### Infinite series and sequences

A common development of decimal expansions is to define them as sums of infinite series. In general:

${\displaystyle b_{0}.b_{1}b_{2}b_{3}b_{4}\ldots =b_{0}+b_{1}\left({\tfrac {1}{10}}\right)+b_{2}\left({\tfrac {1}{10}}\right)^{2}+b_{3}\left({\tfrac {1}{10}}\right)^{3}+b_{4}\left({\tfrac {1}{10}}\right)^{4}+\cdots .}$

For 0.999... one can apply the convergence theorem concerning geometric series, stating that if ${\displaystyle |r|<1}$, then:[15]

${\displaystyle ar+ar^{2}+ar^{3}+\cdots ={\frac {ar}{1-r}}.}$

Since 0.999... is such a sum with ${\displaystyle a=9}$ and common ratio ${\textstyle r={\frac {1}{10}}}$, the theorem makes short work of the question:

${\displaystyle 0.999\ldots =9\left({\tfrac {1}{10}}\right)+9\left({\tfrac {1}{10}}\right)^{2}+9\left({\tfrac {1}{10}}\right)^{3}+\cdots ={\frac {9\left({\tfrac {1}{10}}\right)}{1-{\tfrac {1}{10}}}}=1.}$
This proof appears as early as 1770 in Leonhard Euler's Elements of Algebra.[16]

The sum of a geometric series is itself a result even older than Euler. A typical 18th-century derivation used a term-by-term manipulation similar to the algebraic proof given above, and as late as 1811, Bonnycastle's textbook An Introduction to Algebra uses such an argument for geometric series to justify the same maneuver on 0.999...[17] A 19th-century reaction against such liberal summation methods resulted in the definition that still dominates today: the sum of a series is defined to be the limit of the sequence of its partial sums. A corresponding proof of the theorem explicitly computes that sequence; it can be found in any proof-based introduction to calculus or analysis.[18]

A sequence ${\displaystyle (x_{0},x_{1},x_{2},\ldots )}$ has the value ${\displaystyle x}$ as its limit if the distance ${\displaystyle \left|x-x_{n}\right|}$ becomes arbitrarily small as ${\displaystyle n}$ increases. The statement that ${\displaystyle 0.999\ldots =1}$ can itself be interpreted and proven as a limit:[c]

${\displaystyle 0.999\ldots \ {\overset {\underset {\mathrm {def} }{}}{=}}\ \lim _{n\to \infty }0.\underbrace {99\ldots 9} _{n}\ {\overset {\underset {\mathrm {def} }{}}{=}}\ \lim _{n\to \infty }\sum _{k=1}^{n}{\frac {9}{10^{k}}}=\lim _{n\to \infty }\left(1-{\frac {1}{10^{n}}}\right)=1-\lim _{n\to \infty }{\frac {1}{10^{n}}}=1-0=1.}$
The first two equalities can be interpreted as symbol shorthand definitions. The remaining equalities can be proven. The last step, that ${\displaystyle 10^{n}}$ approaches to 0 as ${\displaystyle n}$ approaches to infinity (${\displaystyle \infty }$), is often justified by the Archimedean property of the real numbers. This limit-based attitude towards ${\displaystyle 0.999\ldots }$ is often put in more evocative but less precise terms. For example, the 1846 textbook The University Arithmetic explains, ".999 +, continued to infinity = 1, because every annexation of a 9 brings the value closer to 1"; the 1895 Arithmetic for Schools says, "when a large number of 9s is taken, the difference between 1 and .99999... becomes inconceivably small".[19] Such heuristics are often incorrectly interpreted by students as implying that 0.999... itself is less than 1.

### Nested intervals and least upper bounds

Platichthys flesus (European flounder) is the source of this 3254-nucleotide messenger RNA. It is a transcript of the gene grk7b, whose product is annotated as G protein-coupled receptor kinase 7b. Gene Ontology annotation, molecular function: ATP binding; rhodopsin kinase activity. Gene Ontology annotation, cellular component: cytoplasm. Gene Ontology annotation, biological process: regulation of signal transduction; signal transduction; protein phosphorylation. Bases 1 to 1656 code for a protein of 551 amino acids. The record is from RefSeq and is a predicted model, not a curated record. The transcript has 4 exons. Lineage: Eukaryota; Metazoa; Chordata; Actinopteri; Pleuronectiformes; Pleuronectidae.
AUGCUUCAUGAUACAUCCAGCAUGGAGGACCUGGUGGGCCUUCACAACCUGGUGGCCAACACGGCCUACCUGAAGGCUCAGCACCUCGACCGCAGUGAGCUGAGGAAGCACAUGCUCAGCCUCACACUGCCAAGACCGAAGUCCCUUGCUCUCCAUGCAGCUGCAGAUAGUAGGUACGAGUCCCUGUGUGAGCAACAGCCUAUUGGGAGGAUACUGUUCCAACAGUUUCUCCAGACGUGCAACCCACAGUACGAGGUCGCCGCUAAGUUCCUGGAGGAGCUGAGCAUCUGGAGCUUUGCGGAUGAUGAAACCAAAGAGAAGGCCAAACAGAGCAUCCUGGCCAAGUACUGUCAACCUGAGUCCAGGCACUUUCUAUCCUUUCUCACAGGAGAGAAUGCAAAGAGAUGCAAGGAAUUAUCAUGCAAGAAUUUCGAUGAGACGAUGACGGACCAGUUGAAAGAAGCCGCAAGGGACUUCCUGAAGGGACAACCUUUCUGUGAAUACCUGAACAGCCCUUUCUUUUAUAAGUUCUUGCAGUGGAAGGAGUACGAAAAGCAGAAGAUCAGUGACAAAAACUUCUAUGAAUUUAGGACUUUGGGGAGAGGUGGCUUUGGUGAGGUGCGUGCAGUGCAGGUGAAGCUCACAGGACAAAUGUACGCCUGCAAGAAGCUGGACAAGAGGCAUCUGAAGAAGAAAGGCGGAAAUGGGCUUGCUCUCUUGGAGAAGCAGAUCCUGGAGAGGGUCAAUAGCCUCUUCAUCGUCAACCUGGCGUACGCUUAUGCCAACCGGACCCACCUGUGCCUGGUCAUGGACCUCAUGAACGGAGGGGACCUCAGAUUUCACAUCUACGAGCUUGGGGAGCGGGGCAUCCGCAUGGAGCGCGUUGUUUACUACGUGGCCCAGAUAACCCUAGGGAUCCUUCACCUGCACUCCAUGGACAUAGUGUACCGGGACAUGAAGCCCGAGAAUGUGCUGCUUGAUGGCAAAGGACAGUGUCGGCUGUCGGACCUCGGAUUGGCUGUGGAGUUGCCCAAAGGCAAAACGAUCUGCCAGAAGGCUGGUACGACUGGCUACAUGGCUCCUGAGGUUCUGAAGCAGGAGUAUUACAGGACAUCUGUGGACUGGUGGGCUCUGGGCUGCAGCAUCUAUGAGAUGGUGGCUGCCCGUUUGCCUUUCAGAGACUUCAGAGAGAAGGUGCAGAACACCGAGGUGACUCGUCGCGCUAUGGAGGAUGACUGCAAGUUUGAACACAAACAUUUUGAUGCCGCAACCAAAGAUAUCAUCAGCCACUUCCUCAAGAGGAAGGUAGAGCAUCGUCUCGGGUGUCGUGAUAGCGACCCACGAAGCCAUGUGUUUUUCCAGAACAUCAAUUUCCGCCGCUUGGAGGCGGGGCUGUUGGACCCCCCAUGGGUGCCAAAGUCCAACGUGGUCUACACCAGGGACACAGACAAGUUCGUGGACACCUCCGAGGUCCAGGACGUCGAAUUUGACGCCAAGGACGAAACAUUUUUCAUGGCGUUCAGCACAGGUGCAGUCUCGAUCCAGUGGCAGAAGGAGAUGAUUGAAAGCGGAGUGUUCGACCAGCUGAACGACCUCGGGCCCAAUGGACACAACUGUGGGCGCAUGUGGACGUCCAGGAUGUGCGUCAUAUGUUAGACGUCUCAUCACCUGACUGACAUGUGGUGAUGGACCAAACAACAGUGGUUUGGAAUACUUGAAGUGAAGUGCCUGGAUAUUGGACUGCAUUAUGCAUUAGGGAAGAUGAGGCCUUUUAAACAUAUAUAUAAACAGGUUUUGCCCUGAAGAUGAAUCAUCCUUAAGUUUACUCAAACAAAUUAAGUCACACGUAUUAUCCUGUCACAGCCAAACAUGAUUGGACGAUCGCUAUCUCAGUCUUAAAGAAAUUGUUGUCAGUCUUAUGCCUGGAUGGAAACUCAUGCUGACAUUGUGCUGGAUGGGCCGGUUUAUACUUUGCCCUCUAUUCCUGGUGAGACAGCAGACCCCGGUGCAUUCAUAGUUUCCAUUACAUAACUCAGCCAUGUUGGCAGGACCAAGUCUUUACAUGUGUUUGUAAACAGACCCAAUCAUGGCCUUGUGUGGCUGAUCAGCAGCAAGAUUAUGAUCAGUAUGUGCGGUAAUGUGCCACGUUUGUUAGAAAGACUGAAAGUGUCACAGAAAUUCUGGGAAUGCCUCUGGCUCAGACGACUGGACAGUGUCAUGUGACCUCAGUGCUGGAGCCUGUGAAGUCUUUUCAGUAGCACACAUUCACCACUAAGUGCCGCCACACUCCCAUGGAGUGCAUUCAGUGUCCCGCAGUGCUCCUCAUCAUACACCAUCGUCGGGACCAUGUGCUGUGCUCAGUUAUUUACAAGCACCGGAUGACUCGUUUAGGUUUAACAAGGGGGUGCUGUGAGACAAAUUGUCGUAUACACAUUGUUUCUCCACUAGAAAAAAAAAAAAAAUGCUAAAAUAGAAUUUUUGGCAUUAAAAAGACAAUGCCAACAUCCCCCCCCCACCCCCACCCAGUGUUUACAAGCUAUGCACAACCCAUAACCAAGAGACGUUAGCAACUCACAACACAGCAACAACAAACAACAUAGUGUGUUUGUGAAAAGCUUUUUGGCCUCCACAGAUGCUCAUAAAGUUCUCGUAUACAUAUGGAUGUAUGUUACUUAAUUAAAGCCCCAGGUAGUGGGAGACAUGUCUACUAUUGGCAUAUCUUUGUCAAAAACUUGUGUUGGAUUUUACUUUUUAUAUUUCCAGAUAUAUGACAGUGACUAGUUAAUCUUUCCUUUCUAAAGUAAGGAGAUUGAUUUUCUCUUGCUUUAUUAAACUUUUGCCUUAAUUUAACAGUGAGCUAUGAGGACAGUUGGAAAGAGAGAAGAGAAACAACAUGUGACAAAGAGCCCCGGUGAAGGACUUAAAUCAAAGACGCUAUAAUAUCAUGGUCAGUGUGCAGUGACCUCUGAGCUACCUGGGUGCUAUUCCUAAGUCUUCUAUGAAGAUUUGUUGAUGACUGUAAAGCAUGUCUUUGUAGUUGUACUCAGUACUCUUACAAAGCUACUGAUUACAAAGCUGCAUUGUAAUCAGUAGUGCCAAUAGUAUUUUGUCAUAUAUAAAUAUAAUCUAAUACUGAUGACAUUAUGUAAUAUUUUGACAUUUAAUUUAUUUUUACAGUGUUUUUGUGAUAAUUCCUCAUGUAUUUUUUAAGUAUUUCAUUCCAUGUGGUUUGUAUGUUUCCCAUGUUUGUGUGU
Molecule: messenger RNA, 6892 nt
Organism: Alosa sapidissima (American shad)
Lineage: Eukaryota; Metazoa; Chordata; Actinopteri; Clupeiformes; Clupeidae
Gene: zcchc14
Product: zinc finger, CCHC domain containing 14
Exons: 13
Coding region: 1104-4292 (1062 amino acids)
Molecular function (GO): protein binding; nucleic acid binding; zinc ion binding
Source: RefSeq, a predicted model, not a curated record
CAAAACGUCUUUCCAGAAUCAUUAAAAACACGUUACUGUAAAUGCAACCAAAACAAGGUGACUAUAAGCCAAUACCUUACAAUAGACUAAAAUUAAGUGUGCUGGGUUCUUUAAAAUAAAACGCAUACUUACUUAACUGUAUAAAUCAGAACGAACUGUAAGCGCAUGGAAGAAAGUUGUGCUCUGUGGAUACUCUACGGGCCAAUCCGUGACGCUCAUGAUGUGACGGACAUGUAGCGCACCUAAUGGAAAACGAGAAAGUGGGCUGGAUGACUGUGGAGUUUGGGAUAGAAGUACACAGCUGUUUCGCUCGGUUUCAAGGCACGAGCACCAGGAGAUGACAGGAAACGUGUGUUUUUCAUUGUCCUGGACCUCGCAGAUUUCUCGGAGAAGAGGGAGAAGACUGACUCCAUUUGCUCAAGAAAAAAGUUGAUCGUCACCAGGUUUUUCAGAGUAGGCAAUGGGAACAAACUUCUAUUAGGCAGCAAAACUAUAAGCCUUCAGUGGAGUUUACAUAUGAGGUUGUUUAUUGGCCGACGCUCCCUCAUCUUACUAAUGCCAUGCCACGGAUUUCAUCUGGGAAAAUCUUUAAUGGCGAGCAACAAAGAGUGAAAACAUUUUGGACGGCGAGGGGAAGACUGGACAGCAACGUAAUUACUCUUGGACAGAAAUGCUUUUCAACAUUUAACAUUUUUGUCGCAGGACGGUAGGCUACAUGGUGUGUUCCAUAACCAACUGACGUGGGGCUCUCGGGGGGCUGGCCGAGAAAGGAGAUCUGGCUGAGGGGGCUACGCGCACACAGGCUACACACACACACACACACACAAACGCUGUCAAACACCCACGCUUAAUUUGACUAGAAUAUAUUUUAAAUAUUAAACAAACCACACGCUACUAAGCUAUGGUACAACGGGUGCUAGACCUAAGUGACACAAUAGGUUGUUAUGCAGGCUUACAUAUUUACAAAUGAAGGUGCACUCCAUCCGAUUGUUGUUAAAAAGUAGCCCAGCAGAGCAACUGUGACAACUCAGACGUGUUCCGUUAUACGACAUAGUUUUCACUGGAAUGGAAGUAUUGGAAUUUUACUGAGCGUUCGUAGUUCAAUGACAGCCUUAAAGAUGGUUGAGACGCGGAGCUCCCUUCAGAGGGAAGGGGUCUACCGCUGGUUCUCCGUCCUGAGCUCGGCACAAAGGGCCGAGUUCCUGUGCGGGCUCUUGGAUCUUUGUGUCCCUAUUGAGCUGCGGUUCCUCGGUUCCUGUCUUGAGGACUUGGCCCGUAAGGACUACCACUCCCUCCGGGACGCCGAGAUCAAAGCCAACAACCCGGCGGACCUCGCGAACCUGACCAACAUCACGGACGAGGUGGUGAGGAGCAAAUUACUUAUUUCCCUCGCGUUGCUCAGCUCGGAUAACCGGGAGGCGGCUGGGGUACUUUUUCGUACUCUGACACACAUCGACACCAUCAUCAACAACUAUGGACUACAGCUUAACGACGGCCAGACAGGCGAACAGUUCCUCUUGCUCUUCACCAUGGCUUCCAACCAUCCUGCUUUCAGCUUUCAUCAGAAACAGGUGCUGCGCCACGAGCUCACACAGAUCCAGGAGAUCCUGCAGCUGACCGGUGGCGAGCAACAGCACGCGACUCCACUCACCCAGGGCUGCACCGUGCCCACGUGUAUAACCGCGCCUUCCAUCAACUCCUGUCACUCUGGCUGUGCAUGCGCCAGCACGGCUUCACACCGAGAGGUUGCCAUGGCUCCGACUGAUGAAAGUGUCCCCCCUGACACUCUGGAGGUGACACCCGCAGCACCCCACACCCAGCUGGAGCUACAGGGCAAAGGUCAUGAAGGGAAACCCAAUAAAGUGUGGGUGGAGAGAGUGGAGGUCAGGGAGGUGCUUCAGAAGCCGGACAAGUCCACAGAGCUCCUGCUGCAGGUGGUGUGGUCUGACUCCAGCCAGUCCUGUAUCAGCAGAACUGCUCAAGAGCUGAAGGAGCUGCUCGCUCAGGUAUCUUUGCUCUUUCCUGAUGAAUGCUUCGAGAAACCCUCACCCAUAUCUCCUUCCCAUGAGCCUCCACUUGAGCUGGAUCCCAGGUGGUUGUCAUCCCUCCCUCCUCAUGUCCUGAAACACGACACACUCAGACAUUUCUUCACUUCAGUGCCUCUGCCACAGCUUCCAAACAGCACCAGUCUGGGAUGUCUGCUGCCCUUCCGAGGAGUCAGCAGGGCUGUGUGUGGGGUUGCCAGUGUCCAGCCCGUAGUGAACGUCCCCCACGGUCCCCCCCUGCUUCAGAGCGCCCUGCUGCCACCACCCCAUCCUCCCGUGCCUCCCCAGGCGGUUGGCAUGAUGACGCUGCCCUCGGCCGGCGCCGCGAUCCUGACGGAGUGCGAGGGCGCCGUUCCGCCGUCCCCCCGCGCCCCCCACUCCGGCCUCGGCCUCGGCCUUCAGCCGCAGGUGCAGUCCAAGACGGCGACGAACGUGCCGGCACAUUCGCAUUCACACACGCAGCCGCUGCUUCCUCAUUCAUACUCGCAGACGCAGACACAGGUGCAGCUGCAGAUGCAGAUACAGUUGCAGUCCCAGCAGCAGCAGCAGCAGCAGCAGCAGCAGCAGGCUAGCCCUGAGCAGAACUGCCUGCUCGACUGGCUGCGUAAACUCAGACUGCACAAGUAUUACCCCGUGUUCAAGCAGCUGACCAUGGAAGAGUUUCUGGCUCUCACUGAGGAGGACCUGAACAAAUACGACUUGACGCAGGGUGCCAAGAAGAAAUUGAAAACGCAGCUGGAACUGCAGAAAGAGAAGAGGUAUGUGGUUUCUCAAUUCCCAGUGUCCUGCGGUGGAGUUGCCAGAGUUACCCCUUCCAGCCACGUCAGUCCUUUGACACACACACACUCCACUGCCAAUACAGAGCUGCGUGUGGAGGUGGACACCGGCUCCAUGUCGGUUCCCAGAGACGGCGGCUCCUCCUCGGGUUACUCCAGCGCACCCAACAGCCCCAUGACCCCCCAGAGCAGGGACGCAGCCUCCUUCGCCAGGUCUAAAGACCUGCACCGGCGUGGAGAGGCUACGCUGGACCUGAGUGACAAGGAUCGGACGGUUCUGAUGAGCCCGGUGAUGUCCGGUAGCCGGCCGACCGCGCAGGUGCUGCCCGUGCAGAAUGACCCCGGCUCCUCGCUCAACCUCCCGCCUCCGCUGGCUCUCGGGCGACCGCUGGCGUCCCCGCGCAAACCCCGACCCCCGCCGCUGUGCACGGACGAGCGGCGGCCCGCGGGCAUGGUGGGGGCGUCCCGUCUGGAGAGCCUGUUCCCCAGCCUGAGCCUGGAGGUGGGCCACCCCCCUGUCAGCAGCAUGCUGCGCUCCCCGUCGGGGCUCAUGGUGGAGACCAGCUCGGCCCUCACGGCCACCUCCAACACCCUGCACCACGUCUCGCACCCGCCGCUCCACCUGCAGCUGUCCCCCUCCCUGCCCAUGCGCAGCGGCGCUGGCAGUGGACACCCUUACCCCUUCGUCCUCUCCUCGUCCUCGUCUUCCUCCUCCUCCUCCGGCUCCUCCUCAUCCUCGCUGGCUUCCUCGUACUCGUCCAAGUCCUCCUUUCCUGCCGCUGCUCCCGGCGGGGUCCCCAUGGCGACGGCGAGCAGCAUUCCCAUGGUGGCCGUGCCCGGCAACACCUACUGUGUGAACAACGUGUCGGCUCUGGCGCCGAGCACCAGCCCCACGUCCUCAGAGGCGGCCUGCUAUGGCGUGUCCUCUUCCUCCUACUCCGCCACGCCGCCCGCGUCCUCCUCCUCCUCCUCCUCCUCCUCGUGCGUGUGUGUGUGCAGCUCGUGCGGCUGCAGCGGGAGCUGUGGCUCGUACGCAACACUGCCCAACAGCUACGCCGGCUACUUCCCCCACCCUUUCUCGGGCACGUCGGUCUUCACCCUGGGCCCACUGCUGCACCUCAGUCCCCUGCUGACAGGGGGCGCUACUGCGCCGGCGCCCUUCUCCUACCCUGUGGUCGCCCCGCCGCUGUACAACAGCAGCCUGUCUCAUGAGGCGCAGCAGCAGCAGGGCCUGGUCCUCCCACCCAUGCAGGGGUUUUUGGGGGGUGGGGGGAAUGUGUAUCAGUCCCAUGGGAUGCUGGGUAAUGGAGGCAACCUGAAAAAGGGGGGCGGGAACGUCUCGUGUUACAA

The series definition above defines the real number named by a decimal expansion. A complementary approach is tailored to the opposite process: for a given real number, define the decimal expansion(s) to name it.

If a real number x is known to lie in the closed interval ${\displaystyle [0,10]}$ (that is, it is greater than or equal to 0 and less than or equal to 10), one can imagine dividing that interval into ten pieces that overlap only at their endpoints: ${\displaystyle [0,1]}$, ${\displaystyle [1,2]}$, ${\displaystyle [2,3]}$, and so on up to ${\displaystyle [9,10]}$. The number ${\displaystyle x}$ must belong to one of these; if it belongs to [2, 3], then one records the digit "2" and subdivides that interval into ${\displaystyle [2,2.1]}$, ${\displaystyle [2.1,2.2]}$, ..., ${\displaystyle [2.8,2.9]}$, ${\displaystyle [2.9,3]}$. Continuing this process yields an infinite sequence of nested intervals, labeled by an infinite sequence of digits ${\displaystyle b_{1},b_{2},b_{3},\ldots }$, and one writes

${\displaystyle x=b_{0}.b_{1}b_{2}b_{3}\ldots .}$

In this formalism, the identities 1 = 0.999... and 1 = 1.000... reflect, respectively, the fact that 1 lies in both ${\displaystyle [0,1]}$. and ${\displaystyle [1,2]}$, so one can choose either subinterval when finding its digits. To ensure that this notation does not abuse the "=" sign, one needs a way to reconstruct a unique real number for each decimal. This can be done with limits, but other constructions continue with the ordering theme.[20]

One straightforward choice is the nested intervals theorem, which guarantees that given a sequence of nested, closed intervals whose lengths become arbitrarily small, the intervals contain exactly one real number in their intersection. So ${\displaystyle b_{1},b_{2},b_{3},\ldots }$ is defined to be the unique number contained within all the intervals ${\displaystyle [b_{0},b_{0}+1]}$, ${\displaystyle b_{0}.b_{1},b_{0}.b_{1}+0.1]}$, and so on. 0.999... is then the unique real number that lies in all of the intervals ${\displaystyle [0,1]}$, ${\displaystyle [0.9,1]}$, ${\displaystyle [0.99,1]}$, and ${\displaystyle [0.99...9,1]}$ for every finite string of 9s. Since 1 is an element of each of these intervals, ${\displaystyle 0.999...=1}$.[21]